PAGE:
Could you name a few challenges (or obstacles) women in tech face?
I have a feeling that as a woman, you’re much more likely to be challenged. You have to justify yourself or prove that you really know your business. I’ve never seen that among women.
It is extremely important to draw boundaries and stick to your goals.
If you prefer to set up a startup rather than get a permanent position with all the associated amenities, you are not always met with understanding. You quickly get caught up in a vortex of justification, which turns faster and faster with every well-meant piece of advice. Of course, this doesn’t pass you by without leaving a trace. In such moments it is enormously important to draw boundaries and hold on to your goals. A real game of patience, which demands a lot of strength. But in the end it is always worth it.
What advice would you give to women who want a career in tech?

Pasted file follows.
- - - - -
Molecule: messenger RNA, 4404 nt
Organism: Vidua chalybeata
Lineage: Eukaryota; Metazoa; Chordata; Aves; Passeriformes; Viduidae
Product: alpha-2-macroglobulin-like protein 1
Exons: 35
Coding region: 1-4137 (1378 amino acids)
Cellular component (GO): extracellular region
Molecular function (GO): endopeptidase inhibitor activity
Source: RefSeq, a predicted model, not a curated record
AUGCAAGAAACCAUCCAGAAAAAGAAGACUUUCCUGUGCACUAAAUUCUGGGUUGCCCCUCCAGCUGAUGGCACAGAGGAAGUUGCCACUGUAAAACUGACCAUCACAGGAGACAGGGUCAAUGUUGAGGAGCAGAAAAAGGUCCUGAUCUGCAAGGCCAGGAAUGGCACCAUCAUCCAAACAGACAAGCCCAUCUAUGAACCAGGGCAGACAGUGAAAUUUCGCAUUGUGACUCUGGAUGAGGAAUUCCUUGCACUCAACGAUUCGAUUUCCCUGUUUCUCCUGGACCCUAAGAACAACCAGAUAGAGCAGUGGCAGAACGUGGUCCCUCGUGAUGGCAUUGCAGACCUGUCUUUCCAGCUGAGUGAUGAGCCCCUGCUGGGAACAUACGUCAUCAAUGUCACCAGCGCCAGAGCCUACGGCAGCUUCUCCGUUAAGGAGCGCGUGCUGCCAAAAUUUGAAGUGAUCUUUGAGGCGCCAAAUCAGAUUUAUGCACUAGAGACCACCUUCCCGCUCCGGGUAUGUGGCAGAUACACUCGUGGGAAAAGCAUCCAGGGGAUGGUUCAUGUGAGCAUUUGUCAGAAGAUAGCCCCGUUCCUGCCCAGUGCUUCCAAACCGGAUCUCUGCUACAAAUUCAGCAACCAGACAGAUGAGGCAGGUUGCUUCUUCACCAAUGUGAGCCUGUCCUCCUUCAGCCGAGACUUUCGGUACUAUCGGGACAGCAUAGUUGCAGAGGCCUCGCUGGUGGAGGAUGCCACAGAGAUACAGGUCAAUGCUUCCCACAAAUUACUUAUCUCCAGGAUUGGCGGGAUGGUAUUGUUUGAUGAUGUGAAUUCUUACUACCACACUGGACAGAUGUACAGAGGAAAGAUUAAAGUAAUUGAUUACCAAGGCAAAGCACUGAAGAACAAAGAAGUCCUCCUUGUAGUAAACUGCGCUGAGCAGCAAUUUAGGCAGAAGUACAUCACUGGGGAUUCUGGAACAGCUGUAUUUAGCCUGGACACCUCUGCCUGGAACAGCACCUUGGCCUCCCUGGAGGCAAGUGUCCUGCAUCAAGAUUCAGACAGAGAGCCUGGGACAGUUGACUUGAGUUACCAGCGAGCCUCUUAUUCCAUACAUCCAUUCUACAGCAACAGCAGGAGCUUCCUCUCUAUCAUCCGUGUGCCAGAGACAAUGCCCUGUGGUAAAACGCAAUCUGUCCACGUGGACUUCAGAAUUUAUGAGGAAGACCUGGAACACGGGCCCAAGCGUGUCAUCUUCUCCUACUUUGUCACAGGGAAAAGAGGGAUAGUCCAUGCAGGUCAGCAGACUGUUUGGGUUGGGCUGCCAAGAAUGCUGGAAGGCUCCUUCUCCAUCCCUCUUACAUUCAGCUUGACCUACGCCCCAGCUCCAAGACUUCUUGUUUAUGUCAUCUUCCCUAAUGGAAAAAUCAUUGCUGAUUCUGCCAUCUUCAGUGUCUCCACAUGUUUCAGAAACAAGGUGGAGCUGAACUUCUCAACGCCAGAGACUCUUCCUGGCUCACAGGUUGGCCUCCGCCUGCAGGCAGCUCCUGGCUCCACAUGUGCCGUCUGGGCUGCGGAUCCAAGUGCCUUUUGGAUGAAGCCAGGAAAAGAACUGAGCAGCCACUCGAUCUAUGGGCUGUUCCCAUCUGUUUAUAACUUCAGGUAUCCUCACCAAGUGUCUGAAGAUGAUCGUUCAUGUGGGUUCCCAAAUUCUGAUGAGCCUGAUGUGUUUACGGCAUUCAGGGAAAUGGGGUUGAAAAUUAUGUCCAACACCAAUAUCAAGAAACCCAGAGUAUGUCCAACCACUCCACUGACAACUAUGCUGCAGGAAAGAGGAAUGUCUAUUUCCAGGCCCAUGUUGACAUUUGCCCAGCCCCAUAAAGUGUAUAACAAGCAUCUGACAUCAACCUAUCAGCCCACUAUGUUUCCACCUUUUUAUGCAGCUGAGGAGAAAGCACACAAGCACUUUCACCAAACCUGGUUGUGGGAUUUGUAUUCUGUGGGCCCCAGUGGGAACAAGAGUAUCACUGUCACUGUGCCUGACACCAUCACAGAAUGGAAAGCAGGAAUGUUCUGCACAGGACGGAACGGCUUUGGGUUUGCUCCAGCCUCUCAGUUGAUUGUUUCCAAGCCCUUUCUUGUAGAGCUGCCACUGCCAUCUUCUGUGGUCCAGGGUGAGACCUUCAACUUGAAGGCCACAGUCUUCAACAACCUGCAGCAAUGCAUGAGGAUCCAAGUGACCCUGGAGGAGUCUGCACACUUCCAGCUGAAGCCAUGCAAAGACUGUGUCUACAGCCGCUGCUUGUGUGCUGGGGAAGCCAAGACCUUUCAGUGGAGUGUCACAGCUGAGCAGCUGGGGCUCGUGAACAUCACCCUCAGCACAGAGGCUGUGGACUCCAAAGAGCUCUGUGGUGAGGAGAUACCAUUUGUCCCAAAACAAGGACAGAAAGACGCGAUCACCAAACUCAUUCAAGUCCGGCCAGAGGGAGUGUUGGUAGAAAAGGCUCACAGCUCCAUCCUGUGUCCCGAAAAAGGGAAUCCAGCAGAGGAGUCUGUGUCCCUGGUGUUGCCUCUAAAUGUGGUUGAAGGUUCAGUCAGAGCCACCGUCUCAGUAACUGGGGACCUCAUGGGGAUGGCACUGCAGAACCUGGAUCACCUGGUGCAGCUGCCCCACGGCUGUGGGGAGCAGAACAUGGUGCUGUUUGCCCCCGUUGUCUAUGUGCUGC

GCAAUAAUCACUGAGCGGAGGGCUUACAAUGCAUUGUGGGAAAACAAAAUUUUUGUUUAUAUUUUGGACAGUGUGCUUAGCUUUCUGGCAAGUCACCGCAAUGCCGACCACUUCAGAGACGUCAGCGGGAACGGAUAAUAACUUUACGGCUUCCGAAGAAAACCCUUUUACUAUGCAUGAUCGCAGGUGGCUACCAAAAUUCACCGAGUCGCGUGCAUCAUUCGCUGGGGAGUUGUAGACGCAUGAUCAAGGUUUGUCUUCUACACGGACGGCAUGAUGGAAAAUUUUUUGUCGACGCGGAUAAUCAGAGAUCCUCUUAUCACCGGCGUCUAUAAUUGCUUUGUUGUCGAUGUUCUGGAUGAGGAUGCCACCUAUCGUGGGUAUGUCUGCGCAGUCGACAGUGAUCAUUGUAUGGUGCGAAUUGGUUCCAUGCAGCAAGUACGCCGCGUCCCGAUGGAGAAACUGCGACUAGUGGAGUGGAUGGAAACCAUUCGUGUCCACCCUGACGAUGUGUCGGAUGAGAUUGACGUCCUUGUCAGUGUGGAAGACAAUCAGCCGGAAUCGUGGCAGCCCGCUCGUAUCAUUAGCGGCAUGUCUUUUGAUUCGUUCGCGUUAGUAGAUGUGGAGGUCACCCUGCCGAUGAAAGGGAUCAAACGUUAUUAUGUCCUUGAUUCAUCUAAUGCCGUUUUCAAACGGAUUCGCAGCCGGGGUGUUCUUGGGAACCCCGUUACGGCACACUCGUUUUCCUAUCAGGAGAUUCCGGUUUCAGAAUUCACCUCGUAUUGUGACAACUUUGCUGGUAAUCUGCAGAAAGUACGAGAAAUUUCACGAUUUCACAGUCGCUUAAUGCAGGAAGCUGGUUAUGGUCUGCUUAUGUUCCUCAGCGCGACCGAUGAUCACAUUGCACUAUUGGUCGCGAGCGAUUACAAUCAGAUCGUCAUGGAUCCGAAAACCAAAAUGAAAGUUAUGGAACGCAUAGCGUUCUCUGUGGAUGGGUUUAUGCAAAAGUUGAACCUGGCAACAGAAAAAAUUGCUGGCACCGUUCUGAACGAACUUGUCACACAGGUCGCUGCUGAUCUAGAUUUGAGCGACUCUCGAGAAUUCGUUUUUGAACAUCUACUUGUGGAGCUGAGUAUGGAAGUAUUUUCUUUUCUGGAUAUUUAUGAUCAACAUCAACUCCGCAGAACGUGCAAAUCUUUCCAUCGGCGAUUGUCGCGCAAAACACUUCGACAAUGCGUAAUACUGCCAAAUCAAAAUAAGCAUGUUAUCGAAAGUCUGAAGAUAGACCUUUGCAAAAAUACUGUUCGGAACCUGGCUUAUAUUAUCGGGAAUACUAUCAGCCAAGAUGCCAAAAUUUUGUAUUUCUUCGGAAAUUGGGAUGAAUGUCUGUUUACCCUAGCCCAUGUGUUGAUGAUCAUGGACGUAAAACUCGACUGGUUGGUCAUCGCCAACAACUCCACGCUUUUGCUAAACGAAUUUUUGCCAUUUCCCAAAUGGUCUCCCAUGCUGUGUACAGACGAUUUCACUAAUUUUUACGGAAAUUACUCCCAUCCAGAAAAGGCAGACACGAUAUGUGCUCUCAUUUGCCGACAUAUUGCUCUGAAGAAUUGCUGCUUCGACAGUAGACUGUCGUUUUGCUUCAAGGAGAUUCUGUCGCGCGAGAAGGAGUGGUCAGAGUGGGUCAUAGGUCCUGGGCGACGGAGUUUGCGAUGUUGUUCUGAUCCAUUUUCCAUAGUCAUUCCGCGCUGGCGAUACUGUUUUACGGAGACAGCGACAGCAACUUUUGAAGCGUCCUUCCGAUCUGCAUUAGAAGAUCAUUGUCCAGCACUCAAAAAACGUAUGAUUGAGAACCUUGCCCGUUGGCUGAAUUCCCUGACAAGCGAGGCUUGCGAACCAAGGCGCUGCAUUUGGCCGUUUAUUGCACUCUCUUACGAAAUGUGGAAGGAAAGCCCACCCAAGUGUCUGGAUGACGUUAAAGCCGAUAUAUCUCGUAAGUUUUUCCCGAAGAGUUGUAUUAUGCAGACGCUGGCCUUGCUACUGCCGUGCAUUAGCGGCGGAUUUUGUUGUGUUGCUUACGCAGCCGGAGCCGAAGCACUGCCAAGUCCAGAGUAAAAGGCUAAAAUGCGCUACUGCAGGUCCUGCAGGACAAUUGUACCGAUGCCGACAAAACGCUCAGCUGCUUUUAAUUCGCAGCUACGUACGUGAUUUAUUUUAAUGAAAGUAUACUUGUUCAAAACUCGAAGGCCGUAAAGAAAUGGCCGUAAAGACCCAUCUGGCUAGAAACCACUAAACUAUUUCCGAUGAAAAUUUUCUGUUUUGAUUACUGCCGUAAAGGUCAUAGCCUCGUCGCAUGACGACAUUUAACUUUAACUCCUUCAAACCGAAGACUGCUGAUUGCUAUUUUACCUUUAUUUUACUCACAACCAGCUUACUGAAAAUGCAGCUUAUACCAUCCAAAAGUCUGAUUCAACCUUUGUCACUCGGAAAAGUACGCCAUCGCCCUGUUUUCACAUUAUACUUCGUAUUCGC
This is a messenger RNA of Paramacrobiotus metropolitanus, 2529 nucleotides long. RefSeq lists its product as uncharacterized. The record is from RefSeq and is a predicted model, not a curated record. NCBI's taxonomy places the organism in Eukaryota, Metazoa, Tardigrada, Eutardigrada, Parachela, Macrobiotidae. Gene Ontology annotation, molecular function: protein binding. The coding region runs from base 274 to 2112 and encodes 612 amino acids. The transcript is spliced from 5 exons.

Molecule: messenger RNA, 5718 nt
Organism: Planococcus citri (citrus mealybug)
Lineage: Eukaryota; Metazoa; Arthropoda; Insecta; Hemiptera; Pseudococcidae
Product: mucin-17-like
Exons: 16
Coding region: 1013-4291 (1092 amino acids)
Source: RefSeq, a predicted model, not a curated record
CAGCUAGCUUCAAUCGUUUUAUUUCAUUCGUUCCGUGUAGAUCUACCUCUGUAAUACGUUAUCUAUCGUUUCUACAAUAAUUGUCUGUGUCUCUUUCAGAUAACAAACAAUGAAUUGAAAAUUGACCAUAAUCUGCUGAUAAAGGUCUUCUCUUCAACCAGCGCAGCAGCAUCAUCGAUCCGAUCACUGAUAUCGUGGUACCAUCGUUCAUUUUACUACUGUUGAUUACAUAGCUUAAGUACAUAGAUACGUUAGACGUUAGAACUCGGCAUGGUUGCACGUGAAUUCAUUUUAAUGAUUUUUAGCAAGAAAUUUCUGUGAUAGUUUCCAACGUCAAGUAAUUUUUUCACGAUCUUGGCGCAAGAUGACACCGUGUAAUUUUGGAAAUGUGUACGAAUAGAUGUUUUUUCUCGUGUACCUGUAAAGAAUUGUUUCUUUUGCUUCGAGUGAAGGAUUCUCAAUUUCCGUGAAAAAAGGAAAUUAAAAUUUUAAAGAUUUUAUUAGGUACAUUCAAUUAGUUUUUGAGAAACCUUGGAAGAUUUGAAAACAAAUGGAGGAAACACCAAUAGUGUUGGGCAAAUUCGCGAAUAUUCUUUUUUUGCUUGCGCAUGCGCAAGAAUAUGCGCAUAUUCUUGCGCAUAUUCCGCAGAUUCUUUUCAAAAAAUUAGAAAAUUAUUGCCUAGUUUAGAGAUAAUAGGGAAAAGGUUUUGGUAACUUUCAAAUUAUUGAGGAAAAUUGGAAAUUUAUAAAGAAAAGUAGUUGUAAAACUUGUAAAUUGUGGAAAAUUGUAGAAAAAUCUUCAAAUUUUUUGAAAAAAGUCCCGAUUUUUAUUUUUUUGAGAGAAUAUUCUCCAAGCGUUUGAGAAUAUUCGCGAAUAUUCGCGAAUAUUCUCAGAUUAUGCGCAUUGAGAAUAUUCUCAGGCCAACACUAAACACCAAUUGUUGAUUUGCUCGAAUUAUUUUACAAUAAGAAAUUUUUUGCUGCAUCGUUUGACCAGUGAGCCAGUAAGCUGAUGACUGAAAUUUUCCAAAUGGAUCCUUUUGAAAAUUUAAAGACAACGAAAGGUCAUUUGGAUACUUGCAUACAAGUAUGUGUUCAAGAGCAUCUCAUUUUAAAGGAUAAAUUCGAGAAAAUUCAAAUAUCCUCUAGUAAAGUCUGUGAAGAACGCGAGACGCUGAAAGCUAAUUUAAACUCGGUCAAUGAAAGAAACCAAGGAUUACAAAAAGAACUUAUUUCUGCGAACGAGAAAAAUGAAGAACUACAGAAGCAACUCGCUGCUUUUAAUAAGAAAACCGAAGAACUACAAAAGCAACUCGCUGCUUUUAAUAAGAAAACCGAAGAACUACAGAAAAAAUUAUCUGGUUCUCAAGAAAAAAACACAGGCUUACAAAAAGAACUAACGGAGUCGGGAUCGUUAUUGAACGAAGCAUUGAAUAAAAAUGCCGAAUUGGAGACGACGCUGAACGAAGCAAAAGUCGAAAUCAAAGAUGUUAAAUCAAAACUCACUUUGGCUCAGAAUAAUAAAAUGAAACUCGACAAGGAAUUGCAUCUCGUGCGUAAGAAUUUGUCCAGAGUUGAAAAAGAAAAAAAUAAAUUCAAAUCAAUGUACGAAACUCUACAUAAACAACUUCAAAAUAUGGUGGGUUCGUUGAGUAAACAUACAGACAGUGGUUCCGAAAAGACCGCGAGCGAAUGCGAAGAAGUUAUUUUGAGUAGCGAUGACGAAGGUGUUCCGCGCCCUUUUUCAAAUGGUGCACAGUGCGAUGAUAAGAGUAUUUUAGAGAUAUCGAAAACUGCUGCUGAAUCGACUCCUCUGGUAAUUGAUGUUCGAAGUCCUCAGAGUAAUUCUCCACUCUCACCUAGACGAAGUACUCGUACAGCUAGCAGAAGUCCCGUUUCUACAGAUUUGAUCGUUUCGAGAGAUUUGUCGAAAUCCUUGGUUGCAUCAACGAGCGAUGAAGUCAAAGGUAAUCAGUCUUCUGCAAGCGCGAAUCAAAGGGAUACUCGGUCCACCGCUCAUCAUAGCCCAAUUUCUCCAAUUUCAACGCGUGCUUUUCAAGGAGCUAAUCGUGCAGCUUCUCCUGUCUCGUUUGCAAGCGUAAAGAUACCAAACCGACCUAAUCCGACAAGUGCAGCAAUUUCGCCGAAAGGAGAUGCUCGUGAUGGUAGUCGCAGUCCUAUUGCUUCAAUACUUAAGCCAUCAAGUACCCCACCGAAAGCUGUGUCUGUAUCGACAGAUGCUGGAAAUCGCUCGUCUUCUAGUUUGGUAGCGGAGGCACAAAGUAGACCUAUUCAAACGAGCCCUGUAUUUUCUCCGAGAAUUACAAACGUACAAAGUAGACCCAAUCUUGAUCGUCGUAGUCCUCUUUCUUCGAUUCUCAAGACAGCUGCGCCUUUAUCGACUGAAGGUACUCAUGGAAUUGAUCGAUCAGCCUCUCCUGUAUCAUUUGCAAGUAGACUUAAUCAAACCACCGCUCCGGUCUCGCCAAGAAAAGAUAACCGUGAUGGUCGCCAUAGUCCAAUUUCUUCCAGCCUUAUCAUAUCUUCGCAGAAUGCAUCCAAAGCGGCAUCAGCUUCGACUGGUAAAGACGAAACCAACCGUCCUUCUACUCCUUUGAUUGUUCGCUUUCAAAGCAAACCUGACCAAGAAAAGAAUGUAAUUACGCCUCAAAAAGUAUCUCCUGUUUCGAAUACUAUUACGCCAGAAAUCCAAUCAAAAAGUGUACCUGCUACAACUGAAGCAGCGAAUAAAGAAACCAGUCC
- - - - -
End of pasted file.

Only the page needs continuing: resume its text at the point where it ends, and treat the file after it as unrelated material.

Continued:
Find networks, test yourself, and develop your own ideas — no matter how crazy they may be. The greatest innovators started small. Their success is mainly based on their stamina and imagination. If you add fun and inspiration, you can move mountains.
Don’t miss our Women in Tech profiles:
- Women in Tech: Hanna Stacey – “Diversity drives innovation.”
- Women in tech: Danuta Florczyk – “Professional competence against inequality — a perfect tool”
- Women in tech: Lina Zubyte – “We are building so many biases into technology”
- Women in tech: Reema Poddar – “Women MUST promote and support their fellow women.”
- Women in tech: Sivan Nir – “You need to have passion and a thirst for learning.”
- Women in tech: Karen Hoyos – “Diversity should be represented at every level”
- Women in tech: Meghan Jordan – “Good products and good teams require empathy”